“There are not a lot of private equity firms that want to deal with these size of companies,” Scolnik said. “The bigger the fund, the bigger the fee. That drives the entire industry to bigger deals.”

Rather than raising a fund, as most private equity firms do, MMP plans to rely on the financial resources of its five partners—along with money from "partners and close associates"—to fund deals, Scolnik said.

“We don’t have any concerns about raising the money. None,” he said. “The hard part is finding companies at a reasonable price.”

MMP expects to evaluate up to 300 small to medium-size companies annually, with the goal of acquiring a majority share in two to four of them. MMP officials said, for starters, they’re prepared to hold majority ownership in up to 10 companies. In three to four years, the partners said, they might increase the portfolio size.

“That’s down the line,” Scolnik said.

Given the size of companies MMP is targeting, he said, the firm expects to pay five to eight times EBITDA, which means the acquisition deals would be in the $5 million to $40 million range.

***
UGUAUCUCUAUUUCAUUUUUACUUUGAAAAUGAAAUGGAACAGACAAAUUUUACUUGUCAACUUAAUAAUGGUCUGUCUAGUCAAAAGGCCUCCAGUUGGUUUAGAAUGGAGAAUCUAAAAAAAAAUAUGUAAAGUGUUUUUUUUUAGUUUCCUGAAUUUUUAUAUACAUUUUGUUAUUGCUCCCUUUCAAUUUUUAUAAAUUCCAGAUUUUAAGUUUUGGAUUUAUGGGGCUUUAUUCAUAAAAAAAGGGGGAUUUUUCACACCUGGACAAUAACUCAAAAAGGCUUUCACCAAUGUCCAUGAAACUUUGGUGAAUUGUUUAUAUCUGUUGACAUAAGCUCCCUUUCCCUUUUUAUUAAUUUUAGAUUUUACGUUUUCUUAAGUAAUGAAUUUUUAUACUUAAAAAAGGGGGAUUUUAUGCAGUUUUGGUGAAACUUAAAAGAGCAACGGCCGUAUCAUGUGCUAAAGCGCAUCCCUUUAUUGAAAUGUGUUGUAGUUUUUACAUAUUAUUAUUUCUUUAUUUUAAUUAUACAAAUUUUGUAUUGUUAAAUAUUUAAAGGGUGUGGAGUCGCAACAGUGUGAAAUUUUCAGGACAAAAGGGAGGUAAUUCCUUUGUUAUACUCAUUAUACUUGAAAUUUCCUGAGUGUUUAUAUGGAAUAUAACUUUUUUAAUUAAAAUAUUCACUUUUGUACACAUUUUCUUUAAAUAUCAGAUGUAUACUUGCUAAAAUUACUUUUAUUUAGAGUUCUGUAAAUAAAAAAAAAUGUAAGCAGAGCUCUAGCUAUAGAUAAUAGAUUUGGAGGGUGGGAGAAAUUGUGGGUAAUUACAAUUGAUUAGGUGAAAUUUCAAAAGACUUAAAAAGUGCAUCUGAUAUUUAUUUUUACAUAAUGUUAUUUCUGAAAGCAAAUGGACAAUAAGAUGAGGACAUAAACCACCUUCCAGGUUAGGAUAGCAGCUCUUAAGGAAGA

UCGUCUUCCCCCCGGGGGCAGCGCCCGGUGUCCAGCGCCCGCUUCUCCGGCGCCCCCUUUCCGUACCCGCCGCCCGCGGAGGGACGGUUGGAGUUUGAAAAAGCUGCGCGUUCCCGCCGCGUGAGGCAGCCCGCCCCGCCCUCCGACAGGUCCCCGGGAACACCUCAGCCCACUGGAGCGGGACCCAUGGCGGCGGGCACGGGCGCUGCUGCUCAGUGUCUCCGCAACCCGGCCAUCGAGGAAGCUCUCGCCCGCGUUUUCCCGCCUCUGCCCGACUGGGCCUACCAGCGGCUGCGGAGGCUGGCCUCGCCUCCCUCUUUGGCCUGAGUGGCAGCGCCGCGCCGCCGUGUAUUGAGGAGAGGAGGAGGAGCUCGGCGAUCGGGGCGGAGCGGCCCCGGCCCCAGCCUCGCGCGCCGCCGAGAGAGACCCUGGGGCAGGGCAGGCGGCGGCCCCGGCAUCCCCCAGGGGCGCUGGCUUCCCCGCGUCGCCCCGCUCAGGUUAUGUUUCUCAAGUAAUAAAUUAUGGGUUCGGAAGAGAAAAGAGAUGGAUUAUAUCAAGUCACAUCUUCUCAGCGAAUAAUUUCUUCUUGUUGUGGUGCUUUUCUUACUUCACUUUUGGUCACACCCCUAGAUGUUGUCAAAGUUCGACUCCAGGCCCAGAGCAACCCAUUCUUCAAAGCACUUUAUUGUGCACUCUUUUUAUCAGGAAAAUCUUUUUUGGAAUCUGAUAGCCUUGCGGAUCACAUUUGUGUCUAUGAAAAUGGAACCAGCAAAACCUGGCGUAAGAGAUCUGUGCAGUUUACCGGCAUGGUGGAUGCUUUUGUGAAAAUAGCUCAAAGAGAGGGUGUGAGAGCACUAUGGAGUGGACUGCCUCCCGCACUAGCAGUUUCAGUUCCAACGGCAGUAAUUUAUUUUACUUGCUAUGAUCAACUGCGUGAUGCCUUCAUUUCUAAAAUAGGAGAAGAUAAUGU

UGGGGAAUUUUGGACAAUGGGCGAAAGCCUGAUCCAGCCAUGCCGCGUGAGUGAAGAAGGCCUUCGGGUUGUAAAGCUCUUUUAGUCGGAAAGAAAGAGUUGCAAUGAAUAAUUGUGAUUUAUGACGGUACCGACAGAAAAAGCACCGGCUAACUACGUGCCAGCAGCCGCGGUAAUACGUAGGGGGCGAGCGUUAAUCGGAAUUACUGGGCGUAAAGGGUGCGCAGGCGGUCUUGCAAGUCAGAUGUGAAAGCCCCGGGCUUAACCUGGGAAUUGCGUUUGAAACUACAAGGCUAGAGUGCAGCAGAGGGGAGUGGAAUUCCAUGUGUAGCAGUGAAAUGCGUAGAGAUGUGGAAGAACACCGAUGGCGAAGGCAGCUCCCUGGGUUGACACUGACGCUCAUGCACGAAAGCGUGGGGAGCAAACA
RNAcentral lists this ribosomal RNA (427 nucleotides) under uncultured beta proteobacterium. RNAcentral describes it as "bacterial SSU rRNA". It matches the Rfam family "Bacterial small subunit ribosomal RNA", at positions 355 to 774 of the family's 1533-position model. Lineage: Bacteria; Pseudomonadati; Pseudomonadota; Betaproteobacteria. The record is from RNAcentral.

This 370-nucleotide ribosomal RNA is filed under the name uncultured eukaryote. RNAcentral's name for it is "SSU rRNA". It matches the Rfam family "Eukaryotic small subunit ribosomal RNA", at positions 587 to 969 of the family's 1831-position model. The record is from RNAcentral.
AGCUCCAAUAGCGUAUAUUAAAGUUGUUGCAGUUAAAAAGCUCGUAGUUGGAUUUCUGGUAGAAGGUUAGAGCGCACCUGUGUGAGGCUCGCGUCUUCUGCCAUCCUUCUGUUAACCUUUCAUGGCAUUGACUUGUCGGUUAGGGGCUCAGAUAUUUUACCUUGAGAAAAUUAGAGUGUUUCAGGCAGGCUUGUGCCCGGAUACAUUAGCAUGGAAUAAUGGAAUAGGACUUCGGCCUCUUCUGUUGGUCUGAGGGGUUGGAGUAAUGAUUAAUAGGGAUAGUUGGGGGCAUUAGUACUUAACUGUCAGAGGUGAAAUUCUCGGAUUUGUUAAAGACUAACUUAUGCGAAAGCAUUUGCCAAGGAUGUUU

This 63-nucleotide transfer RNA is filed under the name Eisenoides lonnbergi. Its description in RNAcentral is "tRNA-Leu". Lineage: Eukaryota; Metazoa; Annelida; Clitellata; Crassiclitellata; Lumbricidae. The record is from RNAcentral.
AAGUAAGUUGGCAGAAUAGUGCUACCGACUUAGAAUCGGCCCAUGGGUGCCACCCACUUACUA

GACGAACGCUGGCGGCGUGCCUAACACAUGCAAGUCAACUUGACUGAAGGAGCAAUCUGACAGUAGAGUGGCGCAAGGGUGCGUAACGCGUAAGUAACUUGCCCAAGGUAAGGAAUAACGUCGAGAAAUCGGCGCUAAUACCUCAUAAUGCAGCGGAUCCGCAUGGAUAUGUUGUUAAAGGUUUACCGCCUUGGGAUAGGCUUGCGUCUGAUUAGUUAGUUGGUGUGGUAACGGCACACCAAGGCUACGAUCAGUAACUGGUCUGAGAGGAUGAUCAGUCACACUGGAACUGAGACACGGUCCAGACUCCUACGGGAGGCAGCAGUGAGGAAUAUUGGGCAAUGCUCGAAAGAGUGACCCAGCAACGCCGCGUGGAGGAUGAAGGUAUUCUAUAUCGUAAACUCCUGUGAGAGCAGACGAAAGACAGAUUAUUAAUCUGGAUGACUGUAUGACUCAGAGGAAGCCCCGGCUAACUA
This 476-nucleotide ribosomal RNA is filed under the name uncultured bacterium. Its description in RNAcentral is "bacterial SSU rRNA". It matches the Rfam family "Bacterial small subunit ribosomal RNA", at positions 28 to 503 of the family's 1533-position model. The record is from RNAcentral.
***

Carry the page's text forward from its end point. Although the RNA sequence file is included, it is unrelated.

neff-matt-mug-healthcare-consultant.jpg Neff

MMP will be “opportunistic” investors, less concerned with investing in certain sectors than most private equity firms, Scolnik said. But he added that his firm will be interested in health care companies not subject to Medicare reimbursement, “unique manufacturing opportunities,” infrastructure firms, and business-to-business companies offering “differentiated business services,” including firms in the internet of things and software-as-a-service segments.

“We believe these are sectors that will grow faster than the GDP,” he said.